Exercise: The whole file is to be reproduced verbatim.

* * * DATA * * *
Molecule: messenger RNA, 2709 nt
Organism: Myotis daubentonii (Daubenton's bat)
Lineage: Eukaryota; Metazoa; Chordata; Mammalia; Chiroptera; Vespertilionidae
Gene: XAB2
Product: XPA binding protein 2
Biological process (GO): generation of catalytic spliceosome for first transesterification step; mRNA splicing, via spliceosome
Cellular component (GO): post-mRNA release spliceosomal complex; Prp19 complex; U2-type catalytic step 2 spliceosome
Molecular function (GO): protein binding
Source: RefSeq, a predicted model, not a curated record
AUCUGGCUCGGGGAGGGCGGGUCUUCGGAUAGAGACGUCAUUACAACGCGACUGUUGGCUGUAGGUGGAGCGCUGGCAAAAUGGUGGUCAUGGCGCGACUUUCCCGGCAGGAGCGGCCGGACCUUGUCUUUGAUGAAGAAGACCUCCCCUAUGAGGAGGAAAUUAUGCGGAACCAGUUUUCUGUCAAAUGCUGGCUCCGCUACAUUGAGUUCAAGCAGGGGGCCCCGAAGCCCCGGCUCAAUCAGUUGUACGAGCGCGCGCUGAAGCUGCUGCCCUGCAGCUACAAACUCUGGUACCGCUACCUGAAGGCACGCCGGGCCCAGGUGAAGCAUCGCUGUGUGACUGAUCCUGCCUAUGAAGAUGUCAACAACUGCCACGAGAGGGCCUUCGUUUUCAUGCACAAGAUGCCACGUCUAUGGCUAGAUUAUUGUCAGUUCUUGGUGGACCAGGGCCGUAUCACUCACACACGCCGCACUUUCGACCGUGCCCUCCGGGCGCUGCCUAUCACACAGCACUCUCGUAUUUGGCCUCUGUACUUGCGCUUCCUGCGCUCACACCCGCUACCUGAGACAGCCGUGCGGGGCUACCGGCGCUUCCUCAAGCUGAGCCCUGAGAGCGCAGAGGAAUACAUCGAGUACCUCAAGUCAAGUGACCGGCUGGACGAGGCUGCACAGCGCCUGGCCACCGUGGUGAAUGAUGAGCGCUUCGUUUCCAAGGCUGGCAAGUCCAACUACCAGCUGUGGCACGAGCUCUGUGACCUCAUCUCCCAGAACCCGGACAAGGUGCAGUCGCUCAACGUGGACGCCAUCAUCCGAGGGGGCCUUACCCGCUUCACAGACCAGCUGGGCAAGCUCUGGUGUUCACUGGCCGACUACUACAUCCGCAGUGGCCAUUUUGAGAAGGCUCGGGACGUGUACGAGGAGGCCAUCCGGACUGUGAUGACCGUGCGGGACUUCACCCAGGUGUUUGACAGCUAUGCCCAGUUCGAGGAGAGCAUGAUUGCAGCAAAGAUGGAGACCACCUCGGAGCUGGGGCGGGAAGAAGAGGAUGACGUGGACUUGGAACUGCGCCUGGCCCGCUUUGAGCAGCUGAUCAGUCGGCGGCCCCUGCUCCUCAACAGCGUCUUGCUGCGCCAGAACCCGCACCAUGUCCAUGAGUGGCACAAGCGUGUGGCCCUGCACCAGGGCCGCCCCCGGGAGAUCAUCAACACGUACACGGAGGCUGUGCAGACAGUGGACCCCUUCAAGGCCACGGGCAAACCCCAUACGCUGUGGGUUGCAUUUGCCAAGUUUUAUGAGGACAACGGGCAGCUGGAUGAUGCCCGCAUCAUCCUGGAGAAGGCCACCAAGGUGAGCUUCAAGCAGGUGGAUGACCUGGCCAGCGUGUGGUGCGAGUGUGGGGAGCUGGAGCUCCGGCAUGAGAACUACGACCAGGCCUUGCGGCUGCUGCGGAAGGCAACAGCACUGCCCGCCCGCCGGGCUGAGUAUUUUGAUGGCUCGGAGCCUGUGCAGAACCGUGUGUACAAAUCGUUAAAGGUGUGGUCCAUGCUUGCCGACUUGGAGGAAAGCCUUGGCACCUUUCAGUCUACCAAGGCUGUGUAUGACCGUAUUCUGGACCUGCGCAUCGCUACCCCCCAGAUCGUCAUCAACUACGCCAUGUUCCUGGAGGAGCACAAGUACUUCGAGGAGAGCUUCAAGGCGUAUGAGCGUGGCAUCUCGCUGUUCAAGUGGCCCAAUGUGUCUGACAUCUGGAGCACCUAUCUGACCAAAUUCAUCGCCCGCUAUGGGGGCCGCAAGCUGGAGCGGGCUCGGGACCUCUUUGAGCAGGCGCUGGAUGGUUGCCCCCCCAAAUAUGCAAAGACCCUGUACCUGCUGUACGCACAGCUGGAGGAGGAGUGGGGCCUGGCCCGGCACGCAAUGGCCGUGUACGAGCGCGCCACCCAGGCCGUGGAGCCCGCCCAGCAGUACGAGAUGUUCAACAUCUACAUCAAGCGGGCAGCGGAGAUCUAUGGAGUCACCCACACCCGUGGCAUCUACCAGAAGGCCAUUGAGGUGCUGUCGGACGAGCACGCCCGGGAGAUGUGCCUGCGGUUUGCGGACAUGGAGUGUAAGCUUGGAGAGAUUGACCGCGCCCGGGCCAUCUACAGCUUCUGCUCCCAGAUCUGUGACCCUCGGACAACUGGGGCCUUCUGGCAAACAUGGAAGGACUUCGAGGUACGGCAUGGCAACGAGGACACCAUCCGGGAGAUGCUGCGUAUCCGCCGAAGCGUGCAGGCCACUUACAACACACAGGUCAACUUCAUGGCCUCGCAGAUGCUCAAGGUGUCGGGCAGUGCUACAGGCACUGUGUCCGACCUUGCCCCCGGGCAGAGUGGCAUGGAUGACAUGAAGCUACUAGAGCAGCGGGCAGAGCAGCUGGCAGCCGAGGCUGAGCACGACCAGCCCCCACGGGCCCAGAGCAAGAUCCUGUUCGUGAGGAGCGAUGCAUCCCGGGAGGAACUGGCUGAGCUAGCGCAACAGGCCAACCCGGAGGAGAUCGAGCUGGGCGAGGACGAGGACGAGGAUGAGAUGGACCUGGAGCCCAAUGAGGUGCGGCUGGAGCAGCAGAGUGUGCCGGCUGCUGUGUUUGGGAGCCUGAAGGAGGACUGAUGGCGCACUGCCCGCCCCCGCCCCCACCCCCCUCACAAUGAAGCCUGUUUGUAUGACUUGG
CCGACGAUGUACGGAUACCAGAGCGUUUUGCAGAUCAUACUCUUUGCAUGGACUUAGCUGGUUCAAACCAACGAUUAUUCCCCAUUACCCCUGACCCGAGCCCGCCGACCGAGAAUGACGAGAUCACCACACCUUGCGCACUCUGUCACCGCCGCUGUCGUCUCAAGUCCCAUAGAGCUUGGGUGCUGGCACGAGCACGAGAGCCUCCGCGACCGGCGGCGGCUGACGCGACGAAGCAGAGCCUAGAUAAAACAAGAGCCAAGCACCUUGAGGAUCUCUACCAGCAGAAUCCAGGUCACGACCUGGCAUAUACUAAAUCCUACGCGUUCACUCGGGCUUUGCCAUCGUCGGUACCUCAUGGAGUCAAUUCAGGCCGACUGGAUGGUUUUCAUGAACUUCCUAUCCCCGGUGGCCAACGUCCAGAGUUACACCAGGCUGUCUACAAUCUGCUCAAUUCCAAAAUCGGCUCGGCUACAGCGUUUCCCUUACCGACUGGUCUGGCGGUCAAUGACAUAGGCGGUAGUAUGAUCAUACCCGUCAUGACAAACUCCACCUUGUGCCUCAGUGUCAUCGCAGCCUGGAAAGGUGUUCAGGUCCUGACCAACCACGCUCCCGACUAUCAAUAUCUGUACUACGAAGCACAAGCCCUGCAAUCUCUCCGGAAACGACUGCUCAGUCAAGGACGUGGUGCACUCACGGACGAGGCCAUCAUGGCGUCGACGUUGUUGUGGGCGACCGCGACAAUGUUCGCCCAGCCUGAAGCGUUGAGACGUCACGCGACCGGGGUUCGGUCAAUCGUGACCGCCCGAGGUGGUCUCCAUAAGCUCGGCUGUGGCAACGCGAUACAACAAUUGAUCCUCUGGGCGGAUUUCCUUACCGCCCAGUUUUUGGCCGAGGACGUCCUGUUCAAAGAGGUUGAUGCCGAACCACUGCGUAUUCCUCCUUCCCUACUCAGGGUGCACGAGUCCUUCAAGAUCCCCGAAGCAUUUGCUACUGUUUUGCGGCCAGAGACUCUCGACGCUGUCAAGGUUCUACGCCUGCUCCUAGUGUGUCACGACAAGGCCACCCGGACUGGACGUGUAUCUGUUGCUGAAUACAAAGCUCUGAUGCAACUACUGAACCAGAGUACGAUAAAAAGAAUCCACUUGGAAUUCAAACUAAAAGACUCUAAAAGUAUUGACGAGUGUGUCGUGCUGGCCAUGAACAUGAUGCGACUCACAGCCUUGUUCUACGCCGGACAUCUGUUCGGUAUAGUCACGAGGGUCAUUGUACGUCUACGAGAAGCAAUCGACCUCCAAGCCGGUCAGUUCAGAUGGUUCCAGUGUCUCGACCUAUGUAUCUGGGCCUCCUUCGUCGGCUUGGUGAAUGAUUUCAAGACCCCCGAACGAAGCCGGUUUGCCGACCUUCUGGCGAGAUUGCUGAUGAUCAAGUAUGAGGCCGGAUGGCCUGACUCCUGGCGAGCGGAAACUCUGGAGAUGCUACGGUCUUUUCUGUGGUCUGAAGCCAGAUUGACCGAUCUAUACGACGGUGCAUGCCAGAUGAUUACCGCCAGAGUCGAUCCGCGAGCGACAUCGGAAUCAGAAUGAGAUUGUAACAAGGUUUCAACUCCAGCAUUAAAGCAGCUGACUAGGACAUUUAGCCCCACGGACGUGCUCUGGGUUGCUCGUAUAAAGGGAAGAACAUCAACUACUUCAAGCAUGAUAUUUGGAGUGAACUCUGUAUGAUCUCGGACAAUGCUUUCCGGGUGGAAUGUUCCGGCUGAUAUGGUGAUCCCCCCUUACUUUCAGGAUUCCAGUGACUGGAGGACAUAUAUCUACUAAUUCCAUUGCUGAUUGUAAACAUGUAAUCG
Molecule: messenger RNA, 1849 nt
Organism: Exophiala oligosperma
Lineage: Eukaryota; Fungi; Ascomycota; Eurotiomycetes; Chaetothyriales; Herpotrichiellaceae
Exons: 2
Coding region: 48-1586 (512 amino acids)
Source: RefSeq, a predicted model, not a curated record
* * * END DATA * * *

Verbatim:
Molecule: messenger RNA, 2709 nt
Organism: Myotis daubentonii (Daubenton's bat)
Lineage: Eukaryota; Metazoa; Chordata; Mammalia; Chiroptera; Vespertilionidae
Gene: XAB2
Product: XPA binding protein 2
Biological process (GO): generation of catalytic spliceosome for first transesterification step; mRNA splicing, via spliceosome
Cellular component (GO): post-mRNA release spliceosomal complex; Prp19 complex; U2-type catalytic step 2 spliceosome
Molecular function (GO): protein binding
Source: RefSeq, a predicted model, not a curated record
AUCUGGCUCGGGGAGGGCGGGUCUUCGGAUAGAGACGUCAUUACAACGCGACUGUUGGCUGUAGGUGGAGCGCUGGCAAAAUGGUGGUCAUGGCGCGACUUUCCCGGCAGGAGCGGCCGGACCUUGUCUUUGAUGAAGAAGACCUCCCCUAUGAGGAGGAAAUUAUGCGGAACCAGUUUUCUGUCAAAUGCUGGCUCCGCUACAUUGAGUUCAAGCAGGGGGCCCCGAAGCCCCGGCUCAAUCAGUUGUACGAGCGCGCGCUGAAGCUGCUGCCCUGCAGCUACAAACUCUGGUACCGCUACCUGAAGGCACGCCGGGCCCAGGUGAAGCAUCGCUGUGUGACUGAUCCUGCCUAUGAAGAUGUCAACAACUGCCACGAGAGGGCCUUCGUUUUCAUGCACAAGAUGCCACGUCUAUGGCUAGAUUAUUGUCAGUUCUUGGUGGACCAGGGCCGUAUCACUCACACACGCCGCACUUUCGACCGUGCCCUCCGGGCGCUGCCUAUCACACAGCACUCUCGUAUUUGGCCUCUGUACUUGCGCUUCCUGCGCUCACACCCGCUACCUGAGACAGCCGUGCGGGGCUACCGGCGCUUCCUCAAGCUGAGCCCUGAGAGCGCAGAGGAAUACAUCGAGUACCUCAAGUCAAGUGACCGGCUGGACGAGGCUGCACAGCGCCUGGCCACCGUGGUGAAUGAUGAGCGCUUCGUUUCCAAGGCUGGCAAGUCCAACUACCAGCUGUGGCACGAGCUCUGUGACCUCAUCUCCCAGAACCCGGACAAGGUGCAGUCGCUCAACGUGGACGCCAUCAUCCGAGGGGGCCUUACCCGCUUCACAGACCAGCUGGGCAAGCUCUGGUGUUCACUGGCCGACUACUACAUCCGCAGUGGCCAUUUUGAGAAGGCUCGGGACGUGUACGAGGAGGCCAUCCGGACUGUGAUGACCGUGCGGGACUUCACCCAGGUGUUUGACAGCUAUGCCCAGUUCGAGGAGAGCAUGAUUGCAGCAAAGAUGGAGACCACCUCGGAGCUGGGGCGGGAAGAAGAGGAUGACGUGGACUUGGAACUGCGCCUGGCCCGCUUUGAGCAGCUGAUCAGUCGGCGGCCCCUGCUCCUCAACAGCGUCUUGCUGCGCCAGAACCCGCACCAUGUCCAUGAGUGGCACAAGCGUGUGGCCCUGCACCAGGGCCGCCCCCGGGAGAUCAUCAACACGUACACGGAGGCUGUGCAGACAGUGGACCCCUUCAAGGCCACGGGCAAACCCCAUACGCUGUGGGUUGCAUUUGCCAAGUUUUAUGAGGACAACGGGCAGCUGGAUGAUGCCCGCAUCAUCCUGGAGAAGGCCACCAAGGUGAGCUUCAAGCAGGUGGAUGACCUGGCCAGCGUGUGGUGCGAGUGUGGGGAGCUGGAGCUCCGGCAUGAGAACUACGACCAGGCCUUGCGGCUGCUGCGGAAGGCAACAGCACUGCCCGCCCGCCGGGCUGAGUAUUUUGAUGGCUCGGAGCCUGUGCAGAACCGUGUGUACAAAUCGUUAAAGGUGUGGUCCAUGCUUGCCGACUUGGAGGAAAGCCUUGGCACCUUUCAGUCUACCAAGGCUGUGUAUGACCGUAUUCUGGACCUGCGCAUCGCUACCCCCCAGAUCGUCAUCAACUACGCCAUGUUCCUGGAGGAGCACAAGUACUUCGAGGAGAGCUUCAAGGCGUAUGAGCGUGGCAUCUCGCUGUUCAAGUGGCCCAAUGUGUCUGACAUCUGGAGCACCUAUCUGACCAAAUUCAUCGCCCGCUAUGGGGGCCGCAAGCUGGAGCGGGCUCGGGACCUCUUUGAGCAGGCGCUGGAUGGUUGCCCCCCCAAAUAUGCAAAGACCCUGUACCUGCUGUACGCACAGCUGGAGGAGGAGUGGGGCCUGGCCCGGCACGCAAUGGCCGUGUACGAGCGCGCCACCCAGGCCGUGGAGCCCGCCCAGCAGUACGAGAUGUUCAACAUCUACAUCAAGCGGGCAGCGGAGAUCUAUGGAGUCACCCACACCCGUGGCAUCUACCAGAAGGCCAUUGAGGUGCUGUCGGACGAGCACGCCCGGGAGAUGUGCCUGCGGUUUGCGGACAUGGAGUGUAAGCUUGGAGAGAUUGACCGCGCCCGGGCCAUCUACAGCUUCUGCUCCCAGAUCUGUGACCCUCGGACAACUGGGGCCUUCUGGCAAACAUGGAAGGACUUCGAGGUACGGCAUGGCAACGAGGACACCAUCCGGGAGAUGCUGCGUAUCCGCCGAAGCGUGCAGGCCACUUACAACACACAGGUCAACUUCAUGGCCUCGCAGAUGCUCAAGGUGUCGGGCAGUGCUACAGGCACUGUGUCCGACCUUGCCCCCGGGCAGAGUGGCAUGGAUGACAUGAAGCUACUAGAGCAGCGGGCAGAGCAGCUGGCAGCCGAGGCUGAGCACGACCAGCCCCCACGGGCCCAGAGCAAGAUCCUGUUCGUGAGGAGCGAUGCAUCCCGGGAGGAACUGGCUGAGCUAGCGCAACAGGCCAACCCGGAGGAGAUCGAGCUGGGCGAGGACGAGGACGAGGAUGAGAUGGACCUGGAGCCCAAUGAGGUGCGGCUGGAGCAGCAGAGUGUGCCGGCUGCUGUGUUUGGGAGCCUGAAGGAGGACUGAUGGCGCACUGCCCGCCCCCGCCCCCACCCCCCUCACAAUGAAGCCUGUUUGUAUGACUUGG
CCGACGAUGUACGGAUACCAGAGCGUUUUGCAGAUCAUACUCUUUGCAUGGACUUAGCUGGUUCAAACCAACGAUUAUUCCCCAUUACCCCUGACCCGAGCCCGCCGACCGAGAAUGACGAGAUCACCACACCUUGCGCACUCUGUCACCGCCGCUGUCGUCUCAAGUCCCAUAGAGCUUGGGUGCUGGCACGAGCACGAGAGCCUCCGCGACCGGCGGCGGCUGACGCGACGAAGCAGAGCCUAGAUAAAACAAGAGCCAAGCACCUUGAGGAUCUCUACCAGCAGAAUCCAGGUCACGACCUGGCAUAUACUAAAUCCUACGCGUUCACUCGGGCUUUGCCAUCGUCGGUACCUCAUGGAGUCAAUUCAGGCCGACUGGAUGGUUUUCAUGAACUUCCUAUCCCCGGUGGCCAACGUCCAGAGUUACACCAGGCUGUCUACAAUCUGCUCAAUUCCAAAAUCGGCUCGGCUACAGCGUUUCCCUUACCGACUGGUCUGGCGGUCAAUGACAUAGGCGGUAGUAUGAUCAUACCCGUCAUGACAAACUCCACCUUGUGCCUCAGUGUCAUCGCAGCCUGGAAAGGUGUUCAGGUCCUGACCAACCACGCUCCCGACUAUCAAUAUCUGUACUACGAAGCACAAGCCCUGCAAUCUCUCCGGAAACGACUGCUCAGUCAAGGACGUGGUGCACUCACGGACGAGGCCAUCAUGGCGUCGACGUUGUUGUGGGCGACCGCGACAAUGUUCGCCCAGCCUGAAGCGUUGAGACGUCACGCGACCGGGGUUCGGUCAAUCGUGACCGCCCGAGGUGGUCUCCAUAAGCUCGGCUGUGGCAACGCGAUACAACAAUUGAUCCUCUGGGCGGAUUUCCUUACCGCCCAGUUUUUGGCCGAGGACGUCCUGUUCAAAGAGGUUGAUGCCGAACCACUGCGUAUUCCUCCUUCCCUACUCAGGGUGCACGAGUCCUUCAAGAUCCCCGAAGCAUUUGCUACUGUUUUGCGGCCAGAGACUCUCGACGCUGUCAAGGUUCUACGCCUGCUCCUAGUGUGUCACGACAAGGCCACCCGGACUGGACGUGUAUCUGUUGCUGAAUACAAAGCUCUGAUGCAACUACUGAACCAGAGUACGAUAAAAAGAAUCCACUUGGAAUUCAAACUAAAAGACUCUAAAAGUAUUGACGAGUGUGUCGUGCUGGCCAUGAACAUGAUGCGACUCACAGCCUUGUUCUACGCCGGACAUCUGUUCGGUAUAGUCACGAGGGUCAUUGUACGUCUACGAGAAGCAAUCGACCUCCAAGCCGGUCAGUUCAGAUGGUUCCAGUGUCUCGACCUAUGUAUCUGGGCCUCCUUCGUCGGCUUGGUGAAUGAUUUCAAGACCCCCGAACGAAGCCGGUUUGCCGACCUUCUGGCGAGAUUGCUGAUGAUCAAGUAUGAGGCCGGAUGGCCUGACUCCUGGCGAGCGGAAACUCUGGAGAUGCUACGGUCUUUUCUGUGGUCUGAAGCCAGAUUGACCGAUCUAUACGACGGUGCAUGCCAGAUGAUUACCGCCAGAGUCGAUCCGCGAGCGACAUCGGAAUCAGAAUGAGAUUGUAACAAGGUUUCAACUCCAGCAUUAAAGCAGCUGACUAGGACAUUUAGCCCCACGGACGUGCUCUGGGUUGCUCGUAUAAAGGGAAGAACAUCAACUACUUCAAGCAUGAUAUUUGGAGUGAACUCUGUAUGAUCUCGGACAAUGCUUUCCGGGUGGAAUGUUCCGGCUGAUAUGGUGAUCCCCCCUUACUUUCAGGAUUCCAGUGACUGGAGGACAUAUAUCUACUAAUUCCAUUGCUGAUUGUAAACAUGUAAUCG
Molecule: messenger RNA, 1849 nt
Organism: Exophiala oligosperma
Lineage: Eukaryota; Fungi; Ascomycota; Eurotiomycetes; Chaetothyriales; Herpotrichiellaceae
Exons: 2
Coding region: 48-1586 (512 amino acids)
Source: RefSeq, a predicted model, not a curated record